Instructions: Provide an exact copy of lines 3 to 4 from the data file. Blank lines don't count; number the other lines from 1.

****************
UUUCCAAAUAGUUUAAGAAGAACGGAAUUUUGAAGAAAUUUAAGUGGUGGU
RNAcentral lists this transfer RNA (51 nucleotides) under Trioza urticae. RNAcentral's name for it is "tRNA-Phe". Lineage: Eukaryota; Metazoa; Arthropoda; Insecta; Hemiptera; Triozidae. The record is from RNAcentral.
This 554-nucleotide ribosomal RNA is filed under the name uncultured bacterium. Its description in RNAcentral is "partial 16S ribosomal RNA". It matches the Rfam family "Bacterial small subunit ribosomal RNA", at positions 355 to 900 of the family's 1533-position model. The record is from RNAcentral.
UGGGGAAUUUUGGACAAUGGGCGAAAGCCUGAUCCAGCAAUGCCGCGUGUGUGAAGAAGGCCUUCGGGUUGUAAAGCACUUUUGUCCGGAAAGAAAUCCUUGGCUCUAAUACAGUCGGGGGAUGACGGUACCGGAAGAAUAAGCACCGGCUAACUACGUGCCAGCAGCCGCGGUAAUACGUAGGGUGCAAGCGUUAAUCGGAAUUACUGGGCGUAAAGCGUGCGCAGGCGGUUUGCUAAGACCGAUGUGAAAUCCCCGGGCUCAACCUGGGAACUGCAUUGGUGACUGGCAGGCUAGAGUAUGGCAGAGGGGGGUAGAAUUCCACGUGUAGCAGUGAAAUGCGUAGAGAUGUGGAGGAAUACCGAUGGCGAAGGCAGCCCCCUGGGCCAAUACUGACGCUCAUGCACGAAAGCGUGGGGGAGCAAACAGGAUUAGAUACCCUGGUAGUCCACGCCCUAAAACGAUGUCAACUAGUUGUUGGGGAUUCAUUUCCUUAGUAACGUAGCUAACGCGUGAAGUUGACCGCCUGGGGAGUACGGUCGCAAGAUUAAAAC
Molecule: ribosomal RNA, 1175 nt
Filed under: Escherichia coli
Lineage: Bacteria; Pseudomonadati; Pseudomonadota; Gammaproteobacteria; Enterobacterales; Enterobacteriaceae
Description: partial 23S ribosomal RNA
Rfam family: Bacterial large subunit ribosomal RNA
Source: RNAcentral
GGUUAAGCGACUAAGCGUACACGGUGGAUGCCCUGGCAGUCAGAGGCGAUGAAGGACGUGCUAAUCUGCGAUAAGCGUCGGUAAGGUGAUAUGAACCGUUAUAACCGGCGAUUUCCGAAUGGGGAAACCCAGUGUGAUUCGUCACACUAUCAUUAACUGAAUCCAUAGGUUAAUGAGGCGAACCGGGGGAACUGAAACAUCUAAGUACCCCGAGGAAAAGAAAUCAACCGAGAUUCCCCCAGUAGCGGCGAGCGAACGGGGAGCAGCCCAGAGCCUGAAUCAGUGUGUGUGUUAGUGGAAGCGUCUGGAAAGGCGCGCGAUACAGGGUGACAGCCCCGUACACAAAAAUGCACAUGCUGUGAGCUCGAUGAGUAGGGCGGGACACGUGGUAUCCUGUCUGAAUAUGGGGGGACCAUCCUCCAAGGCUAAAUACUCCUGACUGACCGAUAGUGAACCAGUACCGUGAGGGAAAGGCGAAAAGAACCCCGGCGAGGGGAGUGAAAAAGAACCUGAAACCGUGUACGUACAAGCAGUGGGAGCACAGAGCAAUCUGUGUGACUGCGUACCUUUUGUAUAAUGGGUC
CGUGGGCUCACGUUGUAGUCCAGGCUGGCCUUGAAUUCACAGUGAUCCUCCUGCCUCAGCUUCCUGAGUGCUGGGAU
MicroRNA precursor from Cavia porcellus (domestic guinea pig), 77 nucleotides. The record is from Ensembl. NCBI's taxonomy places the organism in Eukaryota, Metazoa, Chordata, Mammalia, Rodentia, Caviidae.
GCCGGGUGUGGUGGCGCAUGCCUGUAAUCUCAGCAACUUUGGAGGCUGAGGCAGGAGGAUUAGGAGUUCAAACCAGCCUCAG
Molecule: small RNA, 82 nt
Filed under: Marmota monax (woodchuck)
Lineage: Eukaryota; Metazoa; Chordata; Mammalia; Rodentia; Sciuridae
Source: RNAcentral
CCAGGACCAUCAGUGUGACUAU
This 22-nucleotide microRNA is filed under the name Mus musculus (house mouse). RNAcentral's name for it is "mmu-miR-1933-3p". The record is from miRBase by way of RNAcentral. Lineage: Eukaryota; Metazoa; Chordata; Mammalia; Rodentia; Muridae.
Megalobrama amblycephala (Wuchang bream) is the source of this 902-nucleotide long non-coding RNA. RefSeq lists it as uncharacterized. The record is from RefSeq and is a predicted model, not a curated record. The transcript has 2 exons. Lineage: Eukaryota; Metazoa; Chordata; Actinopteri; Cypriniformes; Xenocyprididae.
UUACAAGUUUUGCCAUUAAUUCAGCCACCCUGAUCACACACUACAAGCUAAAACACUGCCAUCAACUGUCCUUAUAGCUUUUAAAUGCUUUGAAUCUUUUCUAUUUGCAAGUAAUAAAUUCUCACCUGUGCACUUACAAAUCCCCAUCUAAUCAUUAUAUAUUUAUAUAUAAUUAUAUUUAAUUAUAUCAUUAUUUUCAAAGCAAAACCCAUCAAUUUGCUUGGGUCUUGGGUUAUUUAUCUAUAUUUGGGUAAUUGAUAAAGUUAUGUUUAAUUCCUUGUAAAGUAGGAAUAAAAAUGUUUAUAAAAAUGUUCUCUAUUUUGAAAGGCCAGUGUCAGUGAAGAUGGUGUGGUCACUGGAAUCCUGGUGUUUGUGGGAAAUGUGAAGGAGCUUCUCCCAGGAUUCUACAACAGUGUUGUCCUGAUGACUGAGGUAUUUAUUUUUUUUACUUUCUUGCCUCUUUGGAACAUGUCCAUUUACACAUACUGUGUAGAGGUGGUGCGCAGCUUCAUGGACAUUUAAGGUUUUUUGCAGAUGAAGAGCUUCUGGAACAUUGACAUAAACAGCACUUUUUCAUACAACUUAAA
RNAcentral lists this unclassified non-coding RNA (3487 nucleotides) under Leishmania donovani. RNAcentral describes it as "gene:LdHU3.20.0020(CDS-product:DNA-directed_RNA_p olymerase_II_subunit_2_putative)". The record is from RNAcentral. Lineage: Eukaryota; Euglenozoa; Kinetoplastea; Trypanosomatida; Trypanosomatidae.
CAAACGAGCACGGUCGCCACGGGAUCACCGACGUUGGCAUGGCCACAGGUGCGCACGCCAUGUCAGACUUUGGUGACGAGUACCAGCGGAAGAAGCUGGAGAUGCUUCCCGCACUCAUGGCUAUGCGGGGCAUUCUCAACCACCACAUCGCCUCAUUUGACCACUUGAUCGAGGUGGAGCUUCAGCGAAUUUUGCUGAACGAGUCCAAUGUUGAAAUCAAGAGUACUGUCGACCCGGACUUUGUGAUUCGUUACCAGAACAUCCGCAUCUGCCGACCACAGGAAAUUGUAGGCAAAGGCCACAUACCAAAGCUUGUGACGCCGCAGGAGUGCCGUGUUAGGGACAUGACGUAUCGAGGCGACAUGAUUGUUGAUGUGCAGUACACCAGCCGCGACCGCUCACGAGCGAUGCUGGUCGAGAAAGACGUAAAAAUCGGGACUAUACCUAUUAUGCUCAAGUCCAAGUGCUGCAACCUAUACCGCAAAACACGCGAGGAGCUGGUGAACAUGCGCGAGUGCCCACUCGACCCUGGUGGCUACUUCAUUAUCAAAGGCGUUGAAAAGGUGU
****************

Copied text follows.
This 554-nucleotide ribosomal RNA is filed under the name uncultured bacterium. Its description in RNAcentral is "partial 16S ribosomal RNA". It matches the Rfam family "Bacterial small subunit ribosomal RNA", at positions 355 to 900 of the family's 1533-position model. The record is from RNAcentral.
UGGGGAAUUUUGGACAAUGGGCGAAAGCCUGAUCCAGCAAUGCCGCGUGUGUGAAGAAGGCCUUCGGGUUGUAAAGCACUUUUGUCCGGAAAGAAAUCCUUGGCUCUAAUACAGUCGGGGGAUGACGGUACCGGAAGAAUAAGCACCGGCUAACUACGUGCCAGCAGCCGCGGUAAUACGUAGGGUGCAAGCGUUAAUCGGAAUUACUGGGCGUAAAGCGUGCGCAGGCGGUUUGCUAAGACCGAUGUGAAAUCCCCGGGCUCAACCUGGGAACUGCAUUGGUGACUGGCAGGCUAGAGUAUGGCAGAGGGGGGUAGAAUUCCACGUGUAGCAGUGAAAUGCGUAGAGAUGUGGAGGAAUACCGAUGGCGAAGGCAGCCCCCUGGGCCAAUACUGACGCUCAUGCACGAAAGCGUGGGGGAGCAAACAGGAUUAGAUACCCUGGUAGUCCACGCCCUAAAACGAUGUCAACUAGUUGUUGGGGAUUCAUUUCCUUAGUAACGUAGCUAACGCGUGAAGUUGACCGCCUGGGGAGUACGGUCGCAAGAUUAAAAC